We have had many questions about 3D. While I love 3D HMDs most game consoles can’t display it. PCs can but primarily with a specific card and driver that can sometimes be a real pain to configure.
I thought it was interesting that in the first Virtuality game systems the HMDs were stereoscopic, when the second generation systems came out they also had gone monoscopic.
VR has gone through so many ups and downs. Public speculation was nuts in the early 90’s and some promising technologies popped up. When the first systems came out at $60,000 each and didn’t create the experience people expected, public interest wained and eventually VR became a bad word in some circles.
Most VR related companies are gone. HMDs have become video visors (essentially TVs strapped to your head) and the expectation of immersive environments has faded.
But quietly in the background the issues that plagued VR such as PC speed, software, component cost and innovation were being solved. VR arcade game design had stagnated and the POD concept still remains. (Keeping a player stationary with a waist high ring) I still remember back when I was developing Virtual Knight and other forum members were worried about letting a player walk around. Turns out most people don’t walk that much anyway.
VR has to reach a design culmination. Something that incorporates all of the innovations that held VR back. Once you can achieve the same quality (or better) in a VR game at home as the best theme park and arcade systems offered, then we reach the first milestone. This sets the baseline for new development and wraps up the loose ends from previous attempts. From here we can expand the concept of VR into new areas that are emerging rapidly.
VR was the first step and we are on the verge of incredible products that won’t just be game devices but will touch many diciplines.
We are already protoyping some of these devices and from what I’ve seen so far, we’re in for a ride.
As far as the V6 I think I still have 20 or so of them here in various states of inoperability. I used to pay $500 min a pop to have them repaired and had to start fixing them myself, I can strip a V6 and put it back together in a half hour now. Great skill but for what purpose? I agree with you on comfort and design, if you look at the Trimerison it has many of the features of the V6 and is just as comfortable.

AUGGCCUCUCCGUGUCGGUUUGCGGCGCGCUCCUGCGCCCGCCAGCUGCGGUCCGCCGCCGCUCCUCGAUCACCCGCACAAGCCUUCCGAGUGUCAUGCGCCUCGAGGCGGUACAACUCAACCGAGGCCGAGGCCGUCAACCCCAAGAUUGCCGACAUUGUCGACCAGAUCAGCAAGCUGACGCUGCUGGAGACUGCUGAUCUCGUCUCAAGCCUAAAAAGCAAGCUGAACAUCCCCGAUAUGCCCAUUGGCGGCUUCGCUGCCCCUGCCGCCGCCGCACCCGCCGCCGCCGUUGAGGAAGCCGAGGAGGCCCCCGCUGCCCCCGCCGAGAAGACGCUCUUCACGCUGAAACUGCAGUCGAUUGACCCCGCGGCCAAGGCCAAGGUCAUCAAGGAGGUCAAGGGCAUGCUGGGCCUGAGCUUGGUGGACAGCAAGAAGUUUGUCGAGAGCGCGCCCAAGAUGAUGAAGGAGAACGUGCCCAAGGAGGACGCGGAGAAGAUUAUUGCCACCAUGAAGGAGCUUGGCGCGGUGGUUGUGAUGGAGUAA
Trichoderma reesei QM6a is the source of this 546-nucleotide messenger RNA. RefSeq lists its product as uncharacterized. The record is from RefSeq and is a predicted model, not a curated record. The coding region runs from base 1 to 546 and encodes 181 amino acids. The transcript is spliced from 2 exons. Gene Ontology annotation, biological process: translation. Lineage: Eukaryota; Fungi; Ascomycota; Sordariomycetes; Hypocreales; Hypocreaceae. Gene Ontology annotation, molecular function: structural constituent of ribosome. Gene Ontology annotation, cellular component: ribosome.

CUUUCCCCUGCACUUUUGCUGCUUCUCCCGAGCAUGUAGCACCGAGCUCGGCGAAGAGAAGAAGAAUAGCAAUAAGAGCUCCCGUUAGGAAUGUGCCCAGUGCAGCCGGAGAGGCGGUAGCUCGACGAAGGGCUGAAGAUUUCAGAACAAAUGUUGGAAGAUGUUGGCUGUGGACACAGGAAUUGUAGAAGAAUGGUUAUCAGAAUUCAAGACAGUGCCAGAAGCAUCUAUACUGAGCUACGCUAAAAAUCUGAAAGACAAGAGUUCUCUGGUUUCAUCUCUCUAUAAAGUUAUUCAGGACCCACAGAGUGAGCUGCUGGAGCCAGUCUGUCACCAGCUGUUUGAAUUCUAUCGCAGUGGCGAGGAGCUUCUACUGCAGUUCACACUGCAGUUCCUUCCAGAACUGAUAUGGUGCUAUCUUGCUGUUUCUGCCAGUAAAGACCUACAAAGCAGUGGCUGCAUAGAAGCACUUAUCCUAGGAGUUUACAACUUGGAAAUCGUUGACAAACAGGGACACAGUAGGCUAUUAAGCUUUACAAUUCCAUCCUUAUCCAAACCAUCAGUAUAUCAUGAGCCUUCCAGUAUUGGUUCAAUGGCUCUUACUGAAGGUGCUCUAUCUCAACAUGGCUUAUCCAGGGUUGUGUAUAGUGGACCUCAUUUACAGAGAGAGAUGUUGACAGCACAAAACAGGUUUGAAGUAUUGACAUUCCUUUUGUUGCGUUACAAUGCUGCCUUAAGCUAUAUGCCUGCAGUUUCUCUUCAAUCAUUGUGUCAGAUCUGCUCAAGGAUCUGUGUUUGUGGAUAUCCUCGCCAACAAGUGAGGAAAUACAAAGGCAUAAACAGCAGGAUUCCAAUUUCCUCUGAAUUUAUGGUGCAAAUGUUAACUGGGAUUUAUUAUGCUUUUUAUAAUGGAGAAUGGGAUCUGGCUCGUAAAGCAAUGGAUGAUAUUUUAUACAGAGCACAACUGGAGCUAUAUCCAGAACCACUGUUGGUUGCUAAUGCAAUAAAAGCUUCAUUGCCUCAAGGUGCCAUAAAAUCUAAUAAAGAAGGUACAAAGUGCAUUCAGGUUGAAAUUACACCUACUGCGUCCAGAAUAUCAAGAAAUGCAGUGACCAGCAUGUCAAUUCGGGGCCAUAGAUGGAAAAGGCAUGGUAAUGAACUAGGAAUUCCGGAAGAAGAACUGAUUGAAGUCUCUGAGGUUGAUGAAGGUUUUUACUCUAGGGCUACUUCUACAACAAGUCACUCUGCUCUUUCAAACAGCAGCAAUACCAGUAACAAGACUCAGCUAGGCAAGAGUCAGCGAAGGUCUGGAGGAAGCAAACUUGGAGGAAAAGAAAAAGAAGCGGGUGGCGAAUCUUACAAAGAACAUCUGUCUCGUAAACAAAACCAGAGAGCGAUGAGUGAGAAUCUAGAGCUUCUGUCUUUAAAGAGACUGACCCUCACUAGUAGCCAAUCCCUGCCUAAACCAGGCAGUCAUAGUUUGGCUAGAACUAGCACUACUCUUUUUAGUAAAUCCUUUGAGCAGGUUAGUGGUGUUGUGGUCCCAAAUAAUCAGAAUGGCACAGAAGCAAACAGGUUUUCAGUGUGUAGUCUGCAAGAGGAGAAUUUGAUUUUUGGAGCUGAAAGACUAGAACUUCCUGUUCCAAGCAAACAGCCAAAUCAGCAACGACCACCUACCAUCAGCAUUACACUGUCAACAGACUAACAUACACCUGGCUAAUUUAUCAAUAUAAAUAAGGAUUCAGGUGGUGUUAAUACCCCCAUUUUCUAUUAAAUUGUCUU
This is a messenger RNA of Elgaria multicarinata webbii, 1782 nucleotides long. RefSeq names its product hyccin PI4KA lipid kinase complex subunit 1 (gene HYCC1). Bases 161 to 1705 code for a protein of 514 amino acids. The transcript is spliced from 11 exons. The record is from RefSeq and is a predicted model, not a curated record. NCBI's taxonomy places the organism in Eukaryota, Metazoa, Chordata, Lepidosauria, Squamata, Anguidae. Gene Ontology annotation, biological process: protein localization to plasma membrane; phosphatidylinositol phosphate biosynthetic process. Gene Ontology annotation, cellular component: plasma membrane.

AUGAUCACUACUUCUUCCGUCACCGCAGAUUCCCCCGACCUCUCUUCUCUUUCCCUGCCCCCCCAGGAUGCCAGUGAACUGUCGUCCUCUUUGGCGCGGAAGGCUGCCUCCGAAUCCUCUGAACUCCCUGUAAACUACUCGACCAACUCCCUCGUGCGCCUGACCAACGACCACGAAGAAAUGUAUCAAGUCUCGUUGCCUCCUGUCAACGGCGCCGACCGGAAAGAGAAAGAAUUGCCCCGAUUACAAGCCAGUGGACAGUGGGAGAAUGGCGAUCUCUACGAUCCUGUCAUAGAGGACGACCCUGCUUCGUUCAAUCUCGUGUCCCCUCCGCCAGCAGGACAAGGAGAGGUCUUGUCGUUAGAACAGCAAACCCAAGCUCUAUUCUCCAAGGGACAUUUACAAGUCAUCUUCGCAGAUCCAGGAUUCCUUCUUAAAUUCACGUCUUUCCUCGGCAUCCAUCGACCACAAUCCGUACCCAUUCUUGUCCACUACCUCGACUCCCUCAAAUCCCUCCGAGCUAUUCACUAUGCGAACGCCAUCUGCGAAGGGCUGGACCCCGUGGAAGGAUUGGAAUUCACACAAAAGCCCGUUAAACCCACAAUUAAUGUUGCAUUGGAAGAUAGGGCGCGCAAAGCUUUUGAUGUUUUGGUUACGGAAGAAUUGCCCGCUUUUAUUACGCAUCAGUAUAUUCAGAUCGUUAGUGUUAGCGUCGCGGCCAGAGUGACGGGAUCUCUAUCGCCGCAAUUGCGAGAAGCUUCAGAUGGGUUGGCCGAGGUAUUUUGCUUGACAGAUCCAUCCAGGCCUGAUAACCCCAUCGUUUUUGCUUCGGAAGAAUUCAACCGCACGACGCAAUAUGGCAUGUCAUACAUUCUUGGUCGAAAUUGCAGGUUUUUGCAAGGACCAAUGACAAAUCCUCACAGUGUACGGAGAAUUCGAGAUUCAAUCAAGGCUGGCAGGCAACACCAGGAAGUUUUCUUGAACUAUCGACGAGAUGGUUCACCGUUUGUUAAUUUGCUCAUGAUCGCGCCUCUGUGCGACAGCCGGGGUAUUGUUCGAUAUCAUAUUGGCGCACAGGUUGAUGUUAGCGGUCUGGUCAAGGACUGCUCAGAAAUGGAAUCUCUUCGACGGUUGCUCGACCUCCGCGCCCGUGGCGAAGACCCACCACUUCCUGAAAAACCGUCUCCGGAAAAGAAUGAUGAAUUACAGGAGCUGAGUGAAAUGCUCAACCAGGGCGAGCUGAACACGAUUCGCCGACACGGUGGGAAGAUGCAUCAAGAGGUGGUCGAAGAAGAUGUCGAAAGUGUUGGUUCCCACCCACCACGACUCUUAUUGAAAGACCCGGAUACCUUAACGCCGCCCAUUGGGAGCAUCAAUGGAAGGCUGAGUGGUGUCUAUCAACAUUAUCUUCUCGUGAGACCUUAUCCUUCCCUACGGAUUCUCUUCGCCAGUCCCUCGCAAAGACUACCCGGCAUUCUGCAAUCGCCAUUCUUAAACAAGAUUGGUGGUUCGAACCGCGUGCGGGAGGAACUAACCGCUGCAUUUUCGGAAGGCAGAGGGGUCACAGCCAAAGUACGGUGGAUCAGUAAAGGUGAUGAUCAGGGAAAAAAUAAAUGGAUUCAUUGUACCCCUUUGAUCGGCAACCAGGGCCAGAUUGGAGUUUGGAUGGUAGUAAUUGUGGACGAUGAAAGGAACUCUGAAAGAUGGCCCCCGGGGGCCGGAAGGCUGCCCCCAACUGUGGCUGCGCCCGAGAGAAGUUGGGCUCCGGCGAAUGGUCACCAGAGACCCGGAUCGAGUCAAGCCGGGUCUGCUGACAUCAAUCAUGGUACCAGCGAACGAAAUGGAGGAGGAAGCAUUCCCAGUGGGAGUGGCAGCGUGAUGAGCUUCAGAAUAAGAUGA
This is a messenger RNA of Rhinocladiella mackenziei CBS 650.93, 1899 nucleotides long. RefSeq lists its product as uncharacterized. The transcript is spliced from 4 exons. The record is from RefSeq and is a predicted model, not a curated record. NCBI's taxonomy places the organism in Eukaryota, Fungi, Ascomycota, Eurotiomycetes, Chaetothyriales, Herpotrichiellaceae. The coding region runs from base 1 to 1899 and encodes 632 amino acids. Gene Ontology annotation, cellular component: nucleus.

Here’s some more information about the HMD…
The Trimersion HMD
The Trimersion works on the PC as a mouse and keyboard through a USB connector. It doesn’t replace the mouse or keyboard but works in tandem. The gun controller is setup with Quake controls as default but can easily remap other games. The two triggers are assignable to favorite commands.
On Xbox, playstation and game cube control is through the game controller input. The gun has all of the buttons on standard gamepads. The mouse look is controlled by the head tracker in the HMD and can be assigned to either the left or right analog joystick with the flip of a switch.
The HMD has two 640 x 480 LCD displays, stereo over the ear headphones and a comfortable strap on the back.
The tracker is two axis measuring pitch and yaw, just like mouse look in an FPS game. Movement is with either the left or right analog joystick on the gun controller. [Cb’s note: the gun controller is not tracked in any way, it’s just buttons]
The HMD and gun controller has a wire connecting the two, they run on four double AA batteries for about 2 hours per use.
Video is sent from the PC or game console to the base station and then transmitted wirelessly to the HMD. The gun controls and tracking are sent back to the base station which is plugged into the game controller port or USB. Power for the base station comes from what it’s plugged into requiring no AC outlet.
A/V and Controller are transmitted at 2.4 GHz. With clear reception the range is around 15 feet.
The Trimersion is designed for FPS games but could be used for other purposes.
The price is $395 it is in production now and the first units are being shipped now.
– If you buy two Trimersion, you’ll get the babes –